Naples:life,death &
                Miracle contact: Jeff Matthews

   Oct. Jan 2014

"Sail on, O Ship of State..."
—easier said than done.

The Monarca was a ship-of-the-line (forerunners of modern battleships, a term that, indeed, comes from the older phrase, "ship of the line-of-battle") of the Royal Navy of the Kingdom of the Two Sicilies (alias the Kingdom of Naples), later acquired by the navy of the Kingdom of Italy. How she went from one to the other is part of the history of modern Italy.
The vessel was designed in 1846 by Felice Sabatelli and launched in June 1850 in the shipyards of Castellammare di Stabia near Naples in the presence of Ferdinand II of the Two Sicilies (thus, the name of the vessel - 'Monarch') and his queen consort, Maria Teresa. The ship was originally designed with three decks and sail-only propulsion (three masts and square-rigged sails).  It entered into service in November 1852. It was a typical powerful ship of the times: wooden hull coated in copper below the waterline, well armed with 84 guns on the three decks and with a crew of 15 officers and 688 petty officers, marines and sailors, the Monarca was upon its entry into service the largest warship in Italy: it lacked, however, steam propulsion and was quickly out of date.

To  solve that problem, some six years after entry into service, at the end of 1858, the Monarca returned to the yards of Castellammare, where she was converted to a steam-driven screw-propulsion vessel, maintaining, however, her now auxiliary sails. The armament was reduced to 64 guns. This was all during the spring and summer of 1860, however, during Garibaldi's Expedition of the Thousand, that is, the invasion of Sicily that led to the collapse of the monarchy of the Kingdom of the Two Sicilies and to  the unification of Italy. The Monarca had been undergoing her conversion while Garibaldi had sailed down the coast, landing in Sicily on May 11.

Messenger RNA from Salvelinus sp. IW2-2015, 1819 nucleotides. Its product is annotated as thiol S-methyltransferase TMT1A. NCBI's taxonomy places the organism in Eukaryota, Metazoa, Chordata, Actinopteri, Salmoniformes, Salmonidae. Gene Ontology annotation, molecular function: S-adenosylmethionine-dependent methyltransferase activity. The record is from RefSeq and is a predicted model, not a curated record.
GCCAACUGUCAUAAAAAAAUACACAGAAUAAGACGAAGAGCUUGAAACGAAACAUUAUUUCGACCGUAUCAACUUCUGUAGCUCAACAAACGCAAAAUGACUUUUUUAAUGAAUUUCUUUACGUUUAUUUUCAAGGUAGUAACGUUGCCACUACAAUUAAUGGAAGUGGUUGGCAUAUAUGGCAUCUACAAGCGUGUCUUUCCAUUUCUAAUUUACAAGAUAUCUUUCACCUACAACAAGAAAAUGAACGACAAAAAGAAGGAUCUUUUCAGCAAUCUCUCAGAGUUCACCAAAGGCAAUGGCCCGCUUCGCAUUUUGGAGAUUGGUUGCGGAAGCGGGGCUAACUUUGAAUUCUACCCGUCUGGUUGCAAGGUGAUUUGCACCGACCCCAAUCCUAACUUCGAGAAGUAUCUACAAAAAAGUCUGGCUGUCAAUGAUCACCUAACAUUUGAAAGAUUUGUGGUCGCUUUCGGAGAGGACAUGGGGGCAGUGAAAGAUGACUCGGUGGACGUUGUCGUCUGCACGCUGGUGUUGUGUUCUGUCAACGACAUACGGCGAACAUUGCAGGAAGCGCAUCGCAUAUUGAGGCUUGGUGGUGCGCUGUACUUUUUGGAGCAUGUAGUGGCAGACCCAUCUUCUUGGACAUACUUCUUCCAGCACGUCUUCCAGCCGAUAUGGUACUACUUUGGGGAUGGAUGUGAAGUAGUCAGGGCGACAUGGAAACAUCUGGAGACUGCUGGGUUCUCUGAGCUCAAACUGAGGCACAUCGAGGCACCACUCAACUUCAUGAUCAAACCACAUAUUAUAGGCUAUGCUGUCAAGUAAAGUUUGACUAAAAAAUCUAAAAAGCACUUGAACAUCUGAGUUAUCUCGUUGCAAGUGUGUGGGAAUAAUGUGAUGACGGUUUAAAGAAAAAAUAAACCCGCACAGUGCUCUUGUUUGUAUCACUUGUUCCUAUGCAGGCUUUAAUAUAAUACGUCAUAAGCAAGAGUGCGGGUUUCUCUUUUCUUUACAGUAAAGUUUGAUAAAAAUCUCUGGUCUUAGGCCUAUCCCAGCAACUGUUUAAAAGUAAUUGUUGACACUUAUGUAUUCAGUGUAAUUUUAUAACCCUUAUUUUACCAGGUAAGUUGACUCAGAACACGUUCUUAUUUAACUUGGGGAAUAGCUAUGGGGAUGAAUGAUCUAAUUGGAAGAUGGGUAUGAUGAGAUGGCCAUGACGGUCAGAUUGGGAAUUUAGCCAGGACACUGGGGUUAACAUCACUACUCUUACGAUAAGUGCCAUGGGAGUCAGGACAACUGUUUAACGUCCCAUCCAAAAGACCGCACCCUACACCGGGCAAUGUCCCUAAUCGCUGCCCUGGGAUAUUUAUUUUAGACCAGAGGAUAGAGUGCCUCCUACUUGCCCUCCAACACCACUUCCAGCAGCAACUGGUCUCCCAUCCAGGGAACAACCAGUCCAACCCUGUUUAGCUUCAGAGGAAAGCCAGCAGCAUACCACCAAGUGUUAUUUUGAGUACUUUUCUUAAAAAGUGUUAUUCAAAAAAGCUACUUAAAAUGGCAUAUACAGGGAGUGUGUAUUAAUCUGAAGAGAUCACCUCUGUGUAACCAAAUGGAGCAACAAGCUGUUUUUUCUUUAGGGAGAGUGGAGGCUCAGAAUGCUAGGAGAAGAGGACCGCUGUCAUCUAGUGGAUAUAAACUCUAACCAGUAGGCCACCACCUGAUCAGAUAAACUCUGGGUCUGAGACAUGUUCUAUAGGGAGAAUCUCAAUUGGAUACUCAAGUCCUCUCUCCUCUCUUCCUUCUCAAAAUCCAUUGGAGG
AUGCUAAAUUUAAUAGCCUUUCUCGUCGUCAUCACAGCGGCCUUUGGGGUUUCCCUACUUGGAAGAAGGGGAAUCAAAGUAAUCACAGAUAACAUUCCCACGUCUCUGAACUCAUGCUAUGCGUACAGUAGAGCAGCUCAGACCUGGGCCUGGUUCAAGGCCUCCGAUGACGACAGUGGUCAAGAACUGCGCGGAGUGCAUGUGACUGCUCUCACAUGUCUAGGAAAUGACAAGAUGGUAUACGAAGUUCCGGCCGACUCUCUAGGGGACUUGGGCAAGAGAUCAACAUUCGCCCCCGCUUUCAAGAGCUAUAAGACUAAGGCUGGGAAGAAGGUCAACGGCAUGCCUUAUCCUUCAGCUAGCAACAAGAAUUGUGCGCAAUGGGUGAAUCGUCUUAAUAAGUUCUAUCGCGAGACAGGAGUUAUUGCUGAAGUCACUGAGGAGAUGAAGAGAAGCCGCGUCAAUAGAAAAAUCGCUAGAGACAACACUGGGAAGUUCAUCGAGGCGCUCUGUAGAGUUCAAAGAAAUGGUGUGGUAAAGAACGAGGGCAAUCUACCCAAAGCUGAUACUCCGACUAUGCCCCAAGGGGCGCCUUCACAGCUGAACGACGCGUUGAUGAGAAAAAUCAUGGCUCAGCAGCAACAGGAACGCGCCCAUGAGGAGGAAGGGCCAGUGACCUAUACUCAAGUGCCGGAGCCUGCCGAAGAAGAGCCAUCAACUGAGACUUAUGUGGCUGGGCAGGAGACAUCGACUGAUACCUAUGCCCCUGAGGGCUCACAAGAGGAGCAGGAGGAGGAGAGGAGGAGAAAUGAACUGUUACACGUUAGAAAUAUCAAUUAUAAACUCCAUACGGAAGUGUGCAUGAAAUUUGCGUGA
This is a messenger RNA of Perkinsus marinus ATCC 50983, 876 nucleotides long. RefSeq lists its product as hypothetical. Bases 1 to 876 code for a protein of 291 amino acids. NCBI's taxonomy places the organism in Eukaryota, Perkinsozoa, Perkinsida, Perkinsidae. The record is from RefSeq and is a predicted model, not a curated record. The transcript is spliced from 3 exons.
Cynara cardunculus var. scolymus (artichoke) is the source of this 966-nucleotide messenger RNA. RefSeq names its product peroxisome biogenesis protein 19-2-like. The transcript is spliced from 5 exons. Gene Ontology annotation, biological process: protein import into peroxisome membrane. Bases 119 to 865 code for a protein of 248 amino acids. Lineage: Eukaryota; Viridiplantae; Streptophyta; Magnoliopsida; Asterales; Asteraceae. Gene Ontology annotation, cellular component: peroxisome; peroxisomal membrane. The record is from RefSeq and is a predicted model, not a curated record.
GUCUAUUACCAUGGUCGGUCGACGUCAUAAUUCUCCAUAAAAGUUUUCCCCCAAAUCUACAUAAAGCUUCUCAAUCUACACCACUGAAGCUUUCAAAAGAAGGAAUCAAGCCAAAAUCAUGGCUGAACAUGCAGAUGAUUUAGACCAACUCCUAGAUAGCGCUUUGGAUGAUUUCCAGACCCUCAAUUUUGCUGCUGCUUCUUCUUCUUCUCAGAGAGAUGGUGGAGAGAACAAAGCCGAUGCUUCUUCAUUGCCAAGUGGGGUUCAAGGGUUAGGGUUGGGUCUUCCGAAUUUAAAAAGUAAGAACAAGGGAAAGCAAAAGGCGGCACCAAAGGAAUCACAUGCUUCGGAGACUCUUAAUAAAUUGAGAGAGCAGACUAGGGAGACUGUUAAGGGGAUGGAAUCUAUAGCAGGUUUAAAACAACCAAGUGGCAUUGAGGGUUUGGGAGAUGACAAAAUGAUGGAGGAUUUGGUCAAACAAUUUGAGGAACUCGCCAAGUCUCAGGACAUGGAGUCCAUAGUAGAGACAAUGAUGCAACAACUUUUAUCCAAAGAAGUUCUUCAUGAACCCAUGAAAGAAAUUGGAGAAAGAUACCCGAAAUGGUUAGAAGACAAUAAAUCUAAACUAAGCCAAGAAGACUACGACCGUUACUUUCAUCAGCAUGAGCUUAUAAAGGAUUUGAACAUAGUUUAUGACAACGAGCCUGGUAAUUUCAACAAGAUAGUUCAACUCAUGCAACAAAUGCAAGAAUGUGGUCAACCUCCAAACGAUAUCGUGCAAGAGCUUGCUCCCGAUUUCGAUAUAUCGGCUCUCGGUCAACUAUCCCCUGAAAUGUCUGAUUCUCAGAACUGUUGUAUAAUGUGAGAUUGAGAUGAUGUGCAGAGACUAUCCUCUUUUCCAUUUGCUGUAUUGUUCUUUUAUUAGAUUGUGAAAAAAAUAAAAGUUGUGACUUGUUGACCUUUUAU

In spite of the impression that Garibaldi's expedition and campaign from Sicily to Naples was land-based— i.e. Garibaldi lands, he crosses to the mainland, he marches on Naples— activities at sea were very important. Garibaldi landed in Sicily on May 11, 1860, and didn't cross to the mainland until August 19. It took him three months to secure Sicily. Much of that was concerned with how to deal with the sizable fleet of the  Kingdom of the Two Sicilies. Early on, Garibaldi had planned to try to capture rather than destroy Bourbon ships; it was the largest fleet in the Mediterranean and would make a fine part of a new all-Italian navy. For that entire summer of 1860, Sicily, under Garibaldi, was called the Sicilian Dictatorship and they quickly decided to send elements of the “Dictatorial Sicilian Navy” up to the yards at Castellammare where the new Bourbon flagship, Monarca, was moored, not yet quite ready to set sail again, and capture her. They used an ex-Bourbon frigate, the Veloce, renamed Tukery, with 150 crew plus squads of boarders and sharpshooters. The Tukery was, however, much smaller than the Monarch with inferior weaponry. It would be no contest on the open seas. It would have to be a surprise raid: board and capture in port. Towards midnight on 13 August (only one week before Garibaldi crossed to the mainland for the drive to Naples), the Tukery entered the port of Castellammare and found an unexpected situation: despite advance reports from "insiders" the Monarca was no longer moored along the quay (which would have facilitated the approach and boarding), but was moored with the bow facing the sea, which made a boarding very difficult. Also the port was on alert, having had a false alarm a few days earlier.